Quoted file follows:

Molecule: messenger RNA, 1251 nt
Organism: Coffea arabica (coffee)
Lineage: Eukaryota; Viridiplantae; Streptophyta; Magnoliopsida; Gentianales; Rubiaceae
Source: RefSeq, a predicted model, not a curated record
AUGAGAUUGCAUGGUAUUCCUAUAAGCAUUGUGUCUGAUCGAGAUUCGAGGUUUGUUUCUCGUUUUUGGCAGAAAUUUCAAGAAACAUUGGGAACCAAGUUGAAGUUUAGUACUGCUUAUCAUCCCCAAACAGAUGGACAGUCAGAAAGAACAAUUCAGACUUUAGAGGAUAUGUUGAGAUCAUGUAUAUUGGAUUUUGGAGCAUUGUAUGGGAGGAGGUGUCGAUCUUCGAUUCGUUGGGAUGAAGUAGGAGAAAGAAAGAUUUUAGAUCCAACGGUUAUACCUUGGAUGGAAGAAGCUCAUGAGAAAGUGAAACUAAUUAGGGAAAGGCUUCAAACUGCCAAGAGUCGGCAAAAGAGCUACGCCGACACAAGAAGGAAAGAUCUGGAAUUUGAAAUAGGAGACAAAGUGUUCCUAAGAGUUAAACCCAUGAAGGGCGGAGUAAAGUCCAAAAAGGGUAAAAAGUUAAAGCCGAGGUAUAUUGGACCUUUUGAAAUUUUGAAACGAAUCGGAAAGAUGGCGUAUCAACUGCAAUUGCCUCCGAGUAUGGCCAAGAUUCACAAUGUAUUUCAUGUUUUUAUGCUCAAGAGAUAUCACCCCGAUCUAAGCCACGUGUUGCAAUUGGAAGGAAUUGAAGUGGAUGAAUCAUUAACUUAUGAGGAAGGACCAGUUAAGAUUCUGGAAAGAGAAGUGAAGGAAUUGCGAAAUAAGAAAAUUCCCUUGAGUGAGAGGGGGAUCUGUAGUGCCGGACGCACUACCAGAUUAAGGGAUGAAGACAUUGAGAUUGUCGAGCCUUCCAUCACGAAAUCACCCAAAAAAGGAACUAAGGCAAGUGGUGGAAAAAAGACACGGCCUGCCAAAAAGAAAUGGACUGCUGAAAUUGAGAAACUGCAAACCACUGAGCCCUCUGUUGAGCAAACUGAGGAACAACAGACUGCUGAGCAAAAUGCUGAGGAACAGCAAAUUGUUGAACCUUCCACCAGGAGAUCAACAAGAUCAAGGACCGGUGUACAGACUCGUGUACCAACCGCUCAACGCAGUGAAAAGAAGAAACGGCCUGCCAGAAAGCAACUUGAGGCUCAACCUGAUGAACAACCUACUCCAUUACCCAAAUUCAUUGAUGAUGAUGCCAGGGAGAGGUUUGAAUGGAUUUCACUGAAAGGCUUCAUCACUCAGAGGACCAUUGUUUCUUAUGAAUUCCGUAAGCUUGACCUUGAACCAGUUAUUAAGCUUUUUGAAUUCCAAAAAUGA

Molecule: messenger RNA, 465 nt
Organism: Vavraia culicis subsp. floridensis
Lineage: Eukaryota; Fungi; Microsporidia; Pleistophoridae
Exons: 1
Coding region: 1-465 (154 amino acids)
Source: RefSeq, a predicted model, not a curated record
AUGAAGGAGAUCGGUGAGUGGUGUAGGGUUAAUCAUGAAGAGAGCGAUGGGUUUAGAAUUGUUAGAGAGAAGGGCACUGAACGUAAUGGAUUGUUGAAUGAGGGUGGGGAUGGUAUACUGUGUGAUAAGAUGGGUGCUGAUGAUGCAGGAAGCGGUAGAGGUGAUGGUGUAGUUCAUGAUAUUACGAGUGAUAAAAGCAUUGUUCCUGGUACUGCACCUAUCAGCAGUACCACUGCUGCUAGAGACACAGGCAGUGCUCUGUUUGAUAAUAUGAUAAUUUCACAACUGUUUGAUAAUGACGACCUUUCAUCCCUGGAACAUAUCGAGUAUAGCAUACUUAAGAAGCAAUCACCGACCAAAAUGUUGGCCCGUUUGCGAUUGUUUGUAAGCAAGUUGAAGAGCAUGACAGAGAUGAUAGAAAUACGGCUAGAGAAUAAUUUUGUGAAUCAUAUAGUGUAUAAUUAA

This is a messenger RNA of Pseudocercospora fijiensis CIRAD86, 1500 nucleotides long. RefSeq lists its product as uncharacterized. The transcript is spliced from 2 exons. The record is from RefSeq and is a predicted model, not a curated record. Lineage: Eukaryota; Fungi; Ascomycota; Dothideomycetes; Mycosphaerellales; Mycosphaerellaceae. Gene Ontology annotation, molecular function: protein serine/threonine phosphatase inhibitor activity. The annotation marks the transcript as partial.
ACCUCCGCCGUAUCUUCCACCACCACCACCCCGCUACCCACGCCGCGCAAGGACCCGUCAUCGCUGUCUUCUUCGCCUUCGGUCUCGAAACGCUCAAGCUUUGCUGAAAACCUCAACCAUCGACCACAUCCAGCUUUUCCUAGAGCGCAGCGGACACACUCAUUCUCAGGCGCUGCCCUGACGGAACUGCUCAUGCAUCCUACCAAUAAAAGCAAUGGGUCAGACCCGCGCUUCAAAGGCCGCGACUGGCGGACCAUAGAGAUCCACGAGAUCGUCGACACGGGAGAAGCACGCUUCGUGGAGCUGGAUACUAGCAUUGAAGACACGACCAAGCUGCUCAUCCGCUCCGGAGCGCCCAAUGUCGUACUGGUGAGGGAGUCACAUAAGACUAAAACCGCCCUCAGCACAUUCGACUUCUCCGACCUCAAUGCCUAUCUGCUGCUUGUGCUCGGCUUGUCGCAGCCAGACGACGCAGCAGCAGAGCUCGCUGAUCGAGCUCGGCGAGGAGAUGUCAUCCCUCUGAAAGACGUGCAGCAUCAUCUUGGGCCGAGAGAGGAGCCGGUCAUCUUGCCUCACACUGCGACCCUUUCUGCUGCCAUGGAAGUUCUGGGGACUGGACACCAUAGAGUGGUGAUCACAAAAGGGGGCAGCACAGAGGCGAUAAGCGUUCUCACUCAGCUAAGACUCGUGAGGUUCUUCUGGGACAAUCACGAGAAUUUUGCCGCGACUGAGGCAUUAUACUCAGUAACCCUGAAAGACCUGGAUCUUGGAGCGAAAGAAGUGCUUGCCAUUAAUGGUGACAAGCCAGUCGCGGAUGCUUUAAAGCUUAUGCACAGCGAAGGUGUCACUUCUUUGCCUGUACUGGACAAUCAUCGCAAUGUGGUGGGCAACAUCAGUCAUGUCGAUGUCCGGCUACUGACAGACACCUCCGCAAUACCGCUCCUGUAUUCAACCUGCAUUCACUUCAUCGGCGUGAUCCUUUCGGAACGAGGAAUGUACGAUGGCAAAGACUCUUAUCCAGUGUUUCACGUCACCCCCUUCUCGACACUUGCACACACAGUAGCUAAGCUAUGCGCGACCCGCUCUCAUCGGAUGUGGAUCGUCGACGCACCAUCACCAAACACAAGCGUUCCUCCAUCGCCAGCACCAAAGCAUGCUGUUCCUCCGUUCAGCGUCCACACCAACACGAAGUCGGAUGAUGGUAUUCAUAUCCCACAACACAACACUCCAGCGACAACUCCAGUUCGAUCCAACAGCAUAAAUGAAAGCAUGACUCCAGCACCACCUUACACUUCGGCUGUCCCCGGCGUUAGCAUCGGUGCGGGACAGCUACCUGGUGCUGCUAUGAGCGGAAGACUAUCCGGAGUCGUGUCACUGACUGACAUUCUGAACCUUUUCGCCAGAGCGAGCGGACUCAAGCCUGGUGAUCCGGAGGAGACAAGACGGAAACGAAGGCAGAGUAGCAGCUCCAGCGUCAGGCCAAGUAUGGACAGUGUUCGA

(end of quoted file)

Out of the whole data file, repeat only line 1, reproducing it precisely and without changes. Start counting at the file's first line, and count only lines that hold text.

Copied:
Molecule: messenger RNA, 1251 nt